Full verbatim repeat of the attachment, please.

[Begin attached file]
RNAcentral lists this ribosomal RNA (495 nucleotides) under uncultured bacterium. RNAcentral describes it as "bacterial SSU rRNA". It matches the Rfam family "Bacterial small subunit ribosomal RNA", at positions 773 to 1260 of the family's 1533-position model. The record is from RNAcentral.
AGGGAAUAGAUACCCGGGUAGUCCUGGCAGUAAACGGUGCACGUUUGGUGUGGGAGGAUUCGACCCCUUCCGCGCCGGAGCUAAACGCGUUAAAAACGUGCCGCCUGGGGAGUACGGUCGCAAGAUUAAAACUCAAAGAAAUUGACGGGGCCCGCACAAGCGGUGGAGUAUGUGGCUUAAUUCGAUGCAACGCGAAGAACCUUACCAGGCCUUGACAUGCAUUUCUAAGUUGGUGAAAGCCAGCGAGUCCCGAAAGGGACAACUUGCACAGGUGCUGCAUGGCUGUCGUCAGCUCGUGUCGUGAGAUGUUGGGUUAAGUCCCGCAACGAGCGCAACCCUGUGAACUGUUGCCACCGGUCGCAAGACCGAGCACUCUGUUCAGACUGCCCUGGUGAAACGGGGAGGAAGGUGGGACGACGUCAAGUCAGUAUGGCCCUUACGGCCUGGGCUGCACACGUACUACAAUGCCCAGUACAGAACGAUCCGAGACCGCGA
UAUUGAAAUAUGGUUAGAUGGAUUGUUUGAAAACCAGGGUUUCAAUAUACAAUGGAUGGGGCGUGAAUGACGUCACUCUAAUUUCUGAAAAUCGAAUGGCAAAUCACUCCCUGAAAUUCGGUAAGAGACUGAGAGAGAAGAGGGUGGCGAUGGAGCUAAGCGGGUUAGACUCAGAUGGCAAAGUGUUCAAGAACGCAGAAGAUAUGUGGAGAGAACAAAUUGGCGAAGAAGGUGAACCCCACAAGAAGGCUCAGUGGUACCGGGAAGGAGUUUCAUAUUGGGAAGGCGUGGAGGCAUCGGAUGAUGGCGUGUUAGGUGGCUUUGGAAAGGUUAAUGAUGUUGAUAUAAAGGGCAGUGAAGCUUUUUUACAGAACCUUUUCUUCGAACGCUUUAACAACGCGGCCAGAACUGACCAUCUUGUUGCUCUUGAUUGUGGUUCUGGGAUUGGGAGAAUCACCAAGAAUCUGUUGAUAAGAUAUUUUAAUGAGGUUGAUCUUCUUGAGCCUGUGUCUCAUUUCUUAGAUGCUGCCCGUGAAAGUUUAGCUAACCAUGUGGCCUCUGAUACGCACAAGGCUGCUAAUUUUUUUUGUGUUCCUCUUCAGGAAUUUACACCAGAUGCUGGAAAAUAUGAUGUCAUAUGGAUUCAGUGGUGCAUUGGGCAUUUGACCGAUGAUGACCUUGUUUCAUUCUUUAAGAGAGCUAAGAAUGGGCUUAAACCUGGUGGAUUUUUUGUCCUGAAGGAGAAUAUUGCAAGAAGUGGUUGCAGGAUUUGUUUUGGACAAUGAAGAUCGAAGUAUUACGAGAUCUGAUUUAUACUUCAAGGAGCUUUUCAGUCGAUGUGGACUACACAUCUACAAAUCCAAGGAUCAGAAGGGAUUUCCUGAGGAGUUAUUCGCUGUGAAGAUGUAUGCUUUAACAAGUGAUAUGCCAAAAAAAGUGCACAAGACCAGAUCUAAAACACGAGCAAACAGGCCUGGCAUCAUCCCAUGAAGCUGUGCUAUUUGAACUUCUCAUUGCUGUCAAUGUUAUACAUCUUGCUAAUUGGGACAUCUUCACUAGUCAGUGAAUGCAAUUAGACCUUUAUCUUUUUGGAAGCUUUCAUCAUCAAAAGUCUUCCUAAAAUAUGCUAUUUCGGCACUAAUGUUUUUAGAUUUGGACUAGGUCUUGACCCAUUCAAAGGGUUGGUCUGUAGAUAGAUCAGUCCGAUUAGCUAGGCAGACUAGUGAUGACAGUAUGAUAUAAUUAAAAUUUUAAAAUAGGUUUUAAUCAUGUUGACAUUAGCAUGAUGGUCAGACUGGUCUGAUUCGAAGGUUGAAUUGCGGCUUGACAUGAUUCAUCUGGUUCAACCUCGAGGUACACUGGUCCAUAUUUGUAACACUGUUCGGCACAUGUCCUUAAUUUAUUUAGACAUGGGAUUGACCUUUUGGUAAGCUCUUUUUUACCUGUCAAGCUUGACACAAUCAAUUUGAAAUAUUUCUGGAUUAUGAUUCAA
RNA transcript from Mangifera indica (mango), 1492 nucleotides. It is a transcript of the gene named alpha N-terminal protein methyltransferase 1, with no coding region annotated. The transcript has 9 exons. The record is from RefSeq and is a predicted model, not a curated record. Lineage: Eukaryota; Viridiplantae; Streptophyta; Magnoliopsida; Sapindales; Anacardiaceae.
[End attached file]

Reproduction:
RNAcentral lists this ribosomal RNA (495 nucleotides) under uncultured bacterium. RNAcentral describes it as "bacterial SSU rRNA". It matches the Rfam family "Bacterial small subunit ribosomal RNA", at positions 773 to 1260 of the family's 1533-position model. The record is from RNAcentral.
AGGGAAUAGAUACCCGGGUAGUCCUGGCAGUAAACGGUGCACGUUUGGUGUGGGAGGAUUCGACCCCUUCCGCGCCGGAGCUAAACGCGUUAAAAACGUGCCGCCUGGGGAGUACGGUCGCAAGAUUAAAACUCAAAGAAAUUGACGGGGCCCGCACAAGCGGUGGAGUAUGUGGCUUAAUUCGAUGCAACGCGAAGAACCUUACCAGGCCUUGACAUGCAUUUCUAAGUUGGUGAAAGCCAGCGAGUCCCGAAAGGGACAACUUGCACAGGUGCUGCAUGGCUGUCGUCAGCUCGUGUCGUGAGAUGUUGGGUUAAGUCCCGCAACGAGCGCAACCCUGUGAACUGUUGCCACCGGUCGCAAGACCGAGCACUCUGUUCAGACUGCCCUGGUGAAACGGGGAGGAAGGUGGGACGACGUCAAGUCAGUAUGGCCCUUACGGCCUGGGCUGCACACGUACUACAAUGCCCAGUACAGAACGAUCCGAGACCGCGA
UAUUGAAAUAUGGUUAGAUGGAUUGUUUGAAAACCAGGGUUUCAAUAUACAAUGGAUGGGGCGUGAAUGACGUCACUCUAAUUUCUGAAAAUCGAAUGGCAAAUCACUCCCUGAAAUUCGGUAAGAGACUGAGAGAGAAGAGGGUGGCGAUGGAGCUAAGCGGGUUAGACUCAGAUGGCAAAGUGUUCAAGAACGCAGAAGAUAUGUGGAGAGAACAAAUUGGCGAAGAAGGUGAACCCCACAAGAAGGCUCAGUGGUACCGGGAAGGAGUUUCAUAUUGGGAAGGCGUGGAGGCAUCGGAUGAUGGCGUGUUAGGUGGCUUUGGAAAGGUUAAUGAUGUUGAUAUAAAGGGCAGUGAAGCUUUUUUACAGAACCUUUUCUUCGAACGCUUUAACAACGCGGCCAGAACUGACCAUCUUGUUGCUCUUGAUUGUGGUUCUGGGAUUGGGAGAAUCACCAAGAAUCUGUUGAUAAGAUAUUUUAAUGAGGUUGAUCUUCUUGAGCCUGUGUCUCAUUUCUUAGAUGCUGCCCGUGAAAGUUUAGCUAACCAUGUGGCCUCUGAUACGCACAAGGCUGCUAAUUUUUUUUGUGUUCCUCUUCAGGAAUUUACACCAGAUGCUGGAAAAUAUGAUGUCAUAUGGAUUCAGUGGUGCAUUGGGCAUUUGACCGAUGAUGACCUUGUUUCAUUCUUUAAGAGAGCUAAGAAUGGGCUUAAACCUGGUGGAUUUUUUGUCCUGAAGGAGAAUAUUGCAAGAAGUGGUUGCAGGAUUUGUUUUGGACAAUGAAGAUCGAAGUAUUACGAGAUCUGAUUUAUACUUCAAGGAGCUUUUCAGUCGAUGUGGACUACACAUCUACAAAUCCAAGGAUCAGAAGGGAUUUCCUGAGGAGUUAUUCGCUGUGAAGAUGUAUGCUUUAACAAGUGAUAUGCCAAAAAAAGUGCACAAGACCAGAUCUAAAACACGAGCAAACAGGCCUGGCAUCAUCCCAUGAAGCUGUGCUAUUUGAACUUCUCAUUGCUGUCAAUGUUAUACAUCUUGCUAAUUGGGACAUCUUCACUAGUCAGUGAAUGCAAUUAGACCUUUAUCUUUUUGGAAGCUUUCAUCAUCAAAAGUCUUCCUAAAAUAUGCUAUUUCGGCACUAAUGUUUUUAGAUUUGGACUAGGUCUUGACCCAUUCAAAGGGUUGGUCUGUAGAUAGAUCAGUCCGAUUAGCUAGGCAGACUAGUGAUGACAGUAUGAUAUAAUUAAAAUUUUAAAAUAGGUUUUAAUCAUGUUGACAUUAGCAUGAUGGUCAGACUGGUCUGAUUCGAAGGUUGAAUUGCGGCUUGACAUGAUUCAUCUGGUUCAACCUCGAGGUACACUGGUCCAUAUUUGUAACACUGUUCGGCACAUGUCCUUAAUUUAUUUAGACAUGGGAUUGACCUUUUGGUAAGCUCUUUUUUACCUGUCAAGCUUGACACAAUCAAUUUGAAAUAUUUCUGGAUUAUGAUUCAA
RNA transcript from Mangifera indica (mango), 1492 nucleotides. It is a transcript of the gene named alpha N-terminal protein methyltransferase 1, with no coding region annotated. The transcript has 9 exons. The record is from RefSeq and is a predicted model, not a curated record. Lineage: Eukaryota; Viridiplantae; Streptophyta; Magnoliopsida; Sapindales; Anacardiaceae.